SoHo Hits Pack Plenty of Heat for Summer
Today’s season two premiere of Banshee launches a sizzling summer schedule on SoHo that this week includes new episodes of Girls and Justified, and the debut of one of the year’s most anticipated dramas, True Detective.
Indeed, with the 20th Century Fox deal for Homeland, which starts next month, The Americans and American Horror Story, 2014 is shaping up to be the strongest year yet for Sky’s premium drama channel.
As galling as it is for subscribers to have to pay an extra $10 a month for the service, merely to receive a calibre of television that the rest of Sky doesn’t deliver, SoHo is worth every resented cent.
It’s also programmed better than the likes of Britain’s Sky Atlantic and Australia’s own SoHo (although these channels don’t cost their subscribers extra and some of the series on SoHo screen free-to-air in those territories).
Banshee may not be among SoHo’s finest hours but its pulpy pleasures resonated enough to make it the channel’s second highest-rating series in 2013 (Game of Thrones wears the crown).
Banshee went to air Saturday NZ time in the US, True Detective will play here within 24 hours of HBO’s premiere, and only three days will separate Girls’ US and NZ screenings (and those of its stablemate, Looking, which starts next week).
There have been notable exceptions to this strategy, such as Ray Donovan (which aired months earlier in the US), and Justified, the third season of which starts here as the fifth season begins in the US.
The latter’s delay is due to SoHo wanting to catch up viewers who missed Justified’s first two seasons on TV One – but a better option would have been the one it adopted for Breaking Bad: screen the new episodes first for fans, then start from the beginning for latecomers.
Sky’s True Blood strategy — letting Prime air it in SD months ahead of SoHo — is even more flawed but with that series having grown too long in the tooth, the slight is no longer as great.
As to what the critics make of this week’s premieres, The Daily Beast said Banshee’s “deliciously over-the-top carnival of sex and violence is must-see TV …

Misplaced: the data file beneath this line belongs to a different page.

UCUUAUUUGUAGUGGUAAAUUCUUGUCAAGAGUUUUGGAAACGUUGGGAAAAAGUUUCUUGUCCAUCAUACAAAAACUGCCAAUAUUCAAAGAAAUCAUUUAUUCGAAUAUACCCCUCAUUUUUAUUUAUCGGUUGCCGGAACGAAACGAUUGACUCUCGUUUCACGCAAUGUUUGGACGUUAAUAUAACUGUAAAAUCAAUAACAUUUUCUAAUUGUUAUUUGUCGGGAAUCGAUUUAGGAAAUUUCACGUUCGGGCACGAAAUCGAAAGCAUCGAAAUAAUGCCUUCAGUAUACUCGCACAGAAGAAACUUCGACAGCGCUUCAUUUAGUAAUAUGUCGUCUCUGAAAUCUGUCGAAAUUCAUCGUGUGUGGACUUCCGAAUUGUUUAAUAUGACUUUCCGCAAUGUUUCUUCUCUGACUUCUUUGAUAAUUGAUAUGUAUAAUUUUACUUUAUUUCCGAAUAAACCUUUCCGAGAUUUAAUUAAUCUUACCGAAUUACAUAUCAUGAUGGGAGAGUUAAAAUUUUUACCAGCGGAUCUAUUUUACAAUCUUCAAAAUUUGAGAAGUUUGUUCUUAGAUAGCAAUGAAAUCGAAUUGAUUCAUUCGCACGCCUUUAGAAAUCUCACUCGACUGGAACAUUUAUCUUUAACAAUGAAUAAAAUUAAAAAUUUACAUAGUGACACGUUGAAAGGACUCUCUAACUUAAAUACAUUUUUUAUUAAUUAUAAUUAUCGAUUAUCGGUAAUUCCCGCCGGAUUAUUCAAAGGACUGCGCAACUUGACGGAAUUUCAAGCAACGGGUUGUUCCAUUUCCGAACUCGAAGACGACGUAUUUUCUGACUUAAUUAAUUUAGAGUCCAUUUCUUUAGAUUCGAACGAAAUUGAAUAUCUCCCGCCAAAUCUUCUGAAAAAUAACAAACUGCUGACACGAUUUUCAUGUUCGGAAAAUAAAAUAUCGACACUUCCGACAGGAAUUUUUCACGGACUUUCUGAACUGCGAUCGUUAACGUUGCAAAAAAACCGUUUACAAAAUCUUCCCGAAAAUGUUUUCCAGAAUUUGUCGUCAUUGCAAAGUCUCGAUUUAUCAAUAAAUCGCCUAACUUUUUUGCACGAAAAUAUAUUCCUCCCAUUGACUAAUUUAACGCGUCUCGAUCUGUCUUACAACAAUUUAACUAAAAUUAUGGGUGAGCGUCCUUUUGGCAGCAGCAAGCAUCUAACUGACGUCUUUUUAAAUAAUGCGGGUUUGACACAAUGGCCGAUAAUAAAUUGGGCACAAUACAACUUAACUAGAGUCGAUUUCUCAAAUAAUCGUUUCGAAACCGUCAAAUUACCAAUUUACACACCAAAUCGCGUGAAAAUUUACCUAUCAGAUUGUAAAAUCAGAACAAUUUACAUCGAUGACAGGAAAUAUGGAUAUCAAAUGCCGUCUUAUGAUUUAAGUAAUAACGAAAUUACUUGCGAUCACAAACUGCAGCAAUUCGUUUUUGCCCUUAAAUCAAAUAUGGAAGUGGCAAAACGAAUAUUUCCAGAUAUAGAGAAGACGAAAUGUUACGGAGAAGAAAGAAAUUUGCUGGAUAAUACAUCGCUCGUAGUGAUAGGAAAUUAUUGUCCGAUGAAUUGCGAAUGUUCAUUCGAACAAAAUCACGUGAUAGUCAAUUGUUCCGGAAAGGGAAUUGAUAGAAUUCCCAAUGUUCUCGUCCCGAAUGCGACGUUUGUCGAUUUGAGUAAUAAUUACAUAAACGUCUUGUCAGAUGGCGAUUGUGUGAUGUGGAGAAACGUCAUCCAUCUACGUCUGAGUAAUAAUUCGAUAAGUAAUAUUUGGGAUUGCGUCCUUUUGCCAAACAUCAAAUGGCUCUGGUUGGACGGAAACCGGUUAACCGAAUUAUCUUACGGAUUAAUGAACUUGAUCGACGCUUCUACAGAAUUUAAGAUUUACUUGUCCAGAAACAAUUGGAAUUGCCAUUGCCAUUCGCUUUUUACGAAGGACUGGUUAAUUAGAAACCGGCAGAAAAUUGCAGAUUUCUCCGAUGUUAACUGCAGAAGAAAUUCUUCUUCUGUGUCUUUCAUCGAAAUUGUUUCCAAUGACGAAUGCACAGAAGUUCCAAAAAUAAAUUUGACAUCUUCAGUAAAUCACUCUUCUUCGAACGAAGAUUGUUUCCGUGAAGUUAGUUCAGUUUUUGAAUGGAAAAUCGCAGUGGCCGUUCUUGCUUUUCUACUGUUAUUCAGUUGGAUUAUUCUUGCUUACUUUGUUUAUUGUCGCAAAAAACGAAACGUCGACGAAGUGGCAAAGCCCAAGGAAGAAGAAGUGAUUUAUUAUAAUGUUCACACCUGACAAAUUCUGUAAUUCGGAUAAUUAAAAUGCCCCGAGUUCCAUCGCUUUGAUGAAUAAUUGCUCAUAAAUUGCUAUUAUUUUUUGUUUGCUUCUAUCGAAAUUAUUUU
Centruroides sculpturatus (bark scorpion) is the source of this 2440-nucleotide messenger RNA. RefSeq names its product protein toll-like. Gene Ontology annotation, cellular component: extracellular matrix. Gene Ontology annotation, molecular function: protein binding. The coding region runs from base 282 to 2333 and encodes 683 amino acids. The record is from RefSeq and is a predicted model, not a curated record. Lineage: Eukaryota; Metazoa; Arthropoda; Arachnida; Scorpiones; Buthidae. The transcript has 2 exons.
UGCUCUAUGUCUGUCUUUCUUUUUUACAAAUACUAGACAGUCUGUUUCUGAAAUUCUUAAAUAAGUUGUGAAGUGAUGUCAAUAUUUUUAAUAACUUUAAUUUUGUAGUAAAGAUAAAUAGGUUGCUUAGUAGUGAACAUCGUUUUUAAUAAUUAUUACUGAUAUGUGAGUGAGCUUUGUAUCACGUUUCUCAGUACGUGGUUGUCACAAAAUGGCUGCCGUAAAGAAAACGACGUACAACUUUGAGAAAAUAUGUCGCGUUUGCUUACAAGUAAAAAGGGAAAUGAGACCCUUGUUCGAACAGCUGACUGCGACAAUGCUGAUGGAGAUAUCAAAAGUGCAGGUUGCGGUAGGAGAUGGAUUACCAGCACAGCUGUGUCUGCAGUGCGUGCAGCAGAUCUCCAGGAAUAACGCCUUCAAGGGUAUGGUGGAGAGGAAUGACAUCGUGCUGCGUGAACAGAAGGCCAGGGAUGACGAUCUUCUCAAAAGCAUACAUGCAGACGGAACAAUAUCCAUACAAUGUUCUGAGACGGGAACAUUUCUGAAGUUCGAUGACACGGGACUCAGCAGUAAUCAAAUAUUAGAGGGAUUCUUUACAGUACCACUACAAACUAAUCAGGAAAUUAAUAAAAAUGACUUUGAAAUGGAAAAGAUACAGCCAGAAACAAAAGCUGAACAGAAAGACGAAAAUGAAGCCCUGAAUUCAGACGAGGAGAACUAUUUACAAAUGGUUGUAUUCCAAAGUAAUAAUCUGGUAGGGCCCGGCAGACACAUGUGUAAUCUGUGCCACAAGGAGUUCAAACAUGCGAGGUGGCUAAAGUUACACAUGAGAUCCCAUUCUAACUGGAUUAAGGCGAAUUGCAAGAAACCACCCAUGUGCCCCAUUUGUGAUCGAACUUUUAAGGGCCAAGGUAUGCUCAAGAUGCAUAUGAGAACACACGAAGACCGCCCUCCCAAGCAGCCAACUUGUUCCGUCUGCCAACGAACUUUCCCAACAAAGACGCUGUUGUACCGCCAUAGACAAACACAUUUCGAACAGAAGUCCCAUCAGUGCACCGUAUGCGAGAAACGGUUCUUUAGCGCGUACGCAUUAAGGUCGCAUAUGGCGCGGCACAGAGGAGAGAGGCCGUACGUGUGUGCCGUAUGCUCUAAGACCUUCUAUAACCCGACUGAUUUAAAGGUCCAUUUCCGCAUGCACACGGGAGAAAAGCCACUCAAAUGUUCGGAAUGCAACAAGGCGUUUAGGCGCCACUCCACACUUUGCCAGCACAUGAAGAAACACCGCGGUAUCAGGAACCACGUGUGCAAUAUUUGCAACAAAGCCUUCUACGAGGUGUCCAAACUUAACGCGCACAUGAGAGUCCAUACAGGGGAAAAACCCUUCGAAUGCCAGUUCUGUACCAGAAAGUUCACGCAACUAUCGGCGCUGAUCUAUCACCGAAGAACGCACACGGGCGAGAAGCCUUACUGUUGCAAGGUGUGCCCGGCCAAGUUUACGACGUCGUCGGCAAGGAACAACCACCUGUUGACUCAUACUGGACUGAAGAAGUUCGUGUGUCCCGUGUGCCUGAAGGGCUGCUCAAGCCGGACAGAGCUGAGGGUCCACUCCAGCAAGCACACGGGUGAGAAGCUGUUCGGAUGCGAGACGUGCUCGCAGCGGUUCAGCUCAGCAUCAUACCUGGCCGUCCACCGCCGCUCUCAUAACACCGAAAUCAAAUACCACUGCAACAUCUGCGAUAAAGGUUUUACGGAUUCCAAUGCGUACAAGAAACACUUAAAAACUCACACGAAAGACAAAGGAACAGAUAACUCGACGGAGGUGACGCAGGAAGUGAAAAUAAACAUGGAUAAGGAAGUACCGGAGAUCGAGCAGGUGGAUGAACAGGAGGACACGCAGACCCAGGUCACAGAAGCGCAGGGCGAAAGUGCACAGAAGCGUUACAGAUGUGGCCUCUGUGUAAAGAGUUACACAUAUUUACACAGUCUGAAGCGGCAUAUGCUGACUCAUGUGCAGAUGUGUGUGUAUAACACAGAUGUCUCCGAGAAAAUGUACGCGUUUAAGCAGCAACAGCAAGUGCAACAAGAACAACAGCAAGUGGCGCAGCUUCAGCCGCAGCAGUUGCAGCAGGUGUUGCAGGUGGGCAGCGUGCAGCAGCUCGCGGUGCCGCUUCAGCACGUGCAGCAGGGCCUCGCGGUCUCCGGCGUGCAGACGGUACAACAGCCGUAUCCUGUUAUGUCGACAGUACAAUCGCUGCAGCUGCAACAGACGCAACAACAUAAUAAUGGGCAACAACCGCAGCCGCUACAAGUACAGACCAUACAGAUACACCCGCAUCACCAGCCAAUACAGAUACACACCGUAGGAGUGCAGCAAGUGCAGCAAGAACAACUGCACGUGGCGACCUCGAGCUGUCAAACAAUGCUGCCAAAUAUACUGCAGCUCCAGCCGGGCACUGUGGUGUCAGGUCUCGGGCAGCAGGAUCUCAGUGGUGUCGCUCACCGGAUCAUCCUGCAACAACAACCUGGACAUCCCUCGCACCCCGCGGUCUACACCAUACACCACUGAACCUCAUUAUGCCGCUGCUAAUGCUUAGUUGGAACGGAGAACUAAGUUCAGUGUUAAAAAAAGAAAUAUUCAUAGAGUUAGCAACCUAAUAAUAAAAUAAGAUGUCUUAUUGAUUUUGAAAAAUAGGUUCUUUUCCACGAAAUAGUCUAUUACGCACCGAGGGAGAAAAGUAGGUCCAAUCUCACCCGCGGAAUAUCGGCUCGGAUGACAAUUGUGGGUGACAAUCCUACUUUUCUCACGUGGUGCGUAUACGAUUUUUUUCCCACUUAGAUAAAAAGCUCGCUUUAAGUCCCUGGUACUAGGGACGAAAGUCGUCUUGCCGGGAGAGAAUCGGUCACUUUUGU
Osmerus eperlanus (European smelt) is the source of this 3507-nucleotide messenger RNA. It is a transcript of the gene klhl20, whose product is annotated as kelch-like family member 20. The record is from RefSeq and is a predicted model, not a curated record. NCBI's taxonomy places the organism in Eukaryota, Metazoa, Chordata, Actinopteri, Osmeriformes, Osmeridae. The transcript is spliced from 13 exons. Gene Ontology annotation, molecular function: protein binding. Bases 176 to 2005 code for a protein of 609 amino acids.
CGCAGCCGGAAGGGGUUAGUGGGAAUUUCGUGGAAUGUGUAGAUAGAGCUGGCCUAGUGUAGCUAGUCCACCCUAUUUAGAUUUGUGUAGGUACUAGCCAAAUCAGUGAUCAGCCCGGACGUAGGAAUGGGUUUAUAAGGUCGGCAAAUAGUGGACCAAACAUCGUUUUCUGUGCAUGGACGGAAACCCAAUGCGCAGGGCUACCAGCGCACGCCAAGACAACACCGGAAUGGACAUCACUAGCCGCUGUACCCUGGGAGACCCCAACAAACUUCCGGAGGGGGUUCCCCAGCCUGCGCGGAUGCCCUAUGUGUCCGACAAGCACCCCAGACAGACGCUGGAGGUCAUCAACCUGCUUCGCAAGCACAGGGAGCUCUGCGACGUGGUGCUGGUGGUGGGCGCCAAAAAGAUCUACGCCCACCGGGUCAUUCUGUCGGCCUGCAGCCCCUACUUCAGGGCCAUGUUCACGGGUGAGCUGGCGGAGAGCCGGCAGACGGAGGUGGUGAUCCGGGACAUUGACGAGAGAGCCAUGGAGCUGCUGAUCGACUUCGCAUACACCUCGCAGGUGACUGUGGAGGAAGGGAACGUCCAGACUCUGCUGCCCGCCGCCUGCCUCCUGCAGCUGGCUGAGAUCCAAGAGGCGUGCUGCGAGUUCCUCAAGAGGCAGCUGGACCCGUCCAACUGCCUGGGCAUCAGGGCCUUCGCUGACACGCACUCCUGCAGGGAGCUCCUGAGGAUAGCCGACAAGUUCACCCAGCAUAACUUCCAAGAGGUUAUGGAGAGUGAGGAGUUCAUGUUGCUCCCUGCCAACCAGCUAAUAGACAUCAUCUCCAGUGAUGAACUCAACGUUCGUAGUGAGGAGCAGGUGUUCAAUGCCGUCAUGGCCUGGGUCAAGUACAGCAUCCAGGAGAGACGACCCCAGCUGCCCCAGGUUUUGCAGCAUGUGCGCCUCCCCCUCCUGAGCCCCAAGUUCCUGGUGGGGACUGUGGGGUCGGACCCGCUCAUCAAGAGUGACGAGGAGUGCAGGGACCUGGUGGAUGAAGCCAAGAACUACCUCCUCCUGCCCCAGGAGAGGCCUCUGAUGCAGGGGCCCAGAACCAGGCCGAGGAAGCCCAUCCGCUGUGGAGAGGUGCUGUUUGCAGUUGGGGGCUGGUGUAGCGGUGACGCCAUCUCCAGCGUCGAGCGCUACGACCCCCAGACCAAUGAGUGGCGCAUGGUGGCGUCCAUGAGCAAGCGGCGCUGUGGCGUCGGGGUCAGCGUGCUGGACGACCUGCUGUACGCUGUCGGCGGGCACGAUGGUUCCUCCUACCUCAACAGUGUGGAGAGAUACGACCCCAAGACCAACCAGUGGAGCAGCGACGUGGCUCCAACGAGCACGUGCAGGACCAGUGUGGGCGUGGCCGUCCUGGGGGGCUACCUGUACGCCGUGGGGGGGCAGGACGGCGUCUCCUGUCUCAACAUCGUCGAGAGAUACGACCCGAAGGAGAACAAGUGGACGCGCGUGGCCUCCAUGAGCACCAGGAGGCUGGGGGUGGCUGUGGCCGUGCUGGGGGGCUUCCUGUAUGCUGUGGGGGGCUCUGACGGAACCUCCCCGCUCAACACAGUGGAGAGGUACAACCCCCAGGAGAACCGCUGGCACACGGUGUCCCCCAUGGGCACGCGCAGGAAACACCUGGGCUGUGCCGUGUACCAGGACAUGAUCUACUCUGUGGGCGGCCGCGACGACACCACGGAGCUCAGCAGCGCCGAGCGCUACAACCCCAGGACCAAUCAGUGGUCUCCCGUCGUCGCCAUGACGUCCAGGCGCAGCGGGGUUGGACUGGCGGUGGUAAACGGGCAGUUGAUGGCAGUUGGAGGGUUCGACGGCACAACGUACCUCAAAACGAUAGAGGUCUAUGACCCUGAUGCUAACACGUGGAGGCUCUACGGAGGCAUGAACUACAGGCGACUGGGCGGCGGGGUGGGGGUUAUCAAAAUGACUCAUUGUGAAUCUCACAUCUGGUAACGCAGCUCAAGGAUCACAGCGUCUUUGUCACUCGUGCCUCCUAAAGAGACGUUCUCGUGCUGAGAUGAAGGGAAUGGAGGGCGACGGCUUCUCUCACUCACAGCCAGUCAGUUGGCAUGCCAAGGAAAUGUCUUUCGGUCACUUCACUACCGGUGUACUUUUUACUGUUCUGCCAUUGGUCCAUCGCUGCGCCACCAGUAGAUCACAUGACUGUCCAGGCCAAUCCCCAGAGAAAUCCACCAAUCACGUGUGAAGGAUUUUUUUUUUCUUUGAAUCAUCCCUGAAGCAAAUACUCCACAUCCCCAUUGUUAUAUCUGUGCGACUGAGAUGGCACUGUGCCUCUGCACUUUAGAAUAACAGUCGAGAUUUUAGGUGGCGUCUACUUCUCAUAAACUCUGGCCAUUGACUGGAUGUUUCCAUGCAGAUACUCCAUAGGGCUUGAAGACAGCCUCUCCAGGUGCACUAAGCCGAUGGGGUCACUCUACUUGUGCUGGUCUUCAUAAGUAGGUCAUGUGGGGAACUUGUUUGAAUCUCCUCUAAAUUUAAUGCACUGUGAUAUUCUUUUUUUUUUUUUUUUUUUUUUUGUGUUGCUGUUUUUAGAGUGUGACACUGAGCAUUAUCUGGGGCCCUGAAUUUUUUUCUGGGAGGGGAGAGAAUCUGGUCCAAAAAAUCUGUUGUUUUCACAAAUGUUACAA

“There’s lots of crazy violence. There’s lots of crazy sex. There are lots of crazy gunfights.”
The Huffington Post’s “affection for this show grows as it pummels its way into a taut, enjoyable second season” but The AV Club argued the opposite: “If Banshee’s first season, at its best, was a gleeful binge on pop storytelling at its most disreputable, the second season feels like the hangover.”
“The grittiness of Girls crossed a line last season into abject disgust,” The Washington Post reckons.
“The show became less about satire and more of an obsessive downer. It’s a lot less fun now.”
Entertainment Weekly’s take: “If season three of Girls proves anything, it’s that Lena Dunham listens to her haters.
“Minutes into the premiere, the season two storylines that pushed the dramedy into some seriously dark territory are walked back.
“Hannah’s (Dunham) crippling OCD: miraculously managed. Self-loathing Adam’s (Adam Driver) degrading sexual humiliation of girlfriend Natalia (Shiri Appleby): sorta apologised for, then awkwardly laughed away.
“I’m not sure what to worry about more — the show’s sudden interest in being slightly more likable, or the lack of vision.”
Slate was more to the point: “The girls of Girls are worse than ever, and the show is funnier than ever.”
There were detractors — “things start to go off track as early as the second episode,” warned the New York Times – but most critics echoed People magazine: “Very little happens in the first three hours of this anthology crime series, yet it’s absolutely riveting.”
Concurred the Los Angeles Times: “True Detective runs slow and steady without ever seeming to drag. Even minor characters get room to breathe, and seem independently alive; the briefest scenes seem to imply life beyond the frame….
“The dance [Matthew McConaughey and Woody Harrelson] do together here is work of a very high order, and all the reason you need to watch.”
“Rich and absorbing, this eight-part drama quickly vaults into elite company, offering a singular voice that’s unlike almost anything else on TV,” was Variety’s verdict.
And trade paper rival The Hollywood Reporter agreed: “True Detective, coming as it does after what was arguably the best year for dramas in at least five years (really saying something in our continued renaissance era), just puts an exclamation point on the topic of excessive quality.
“Who knew the bar would be set so high so early?”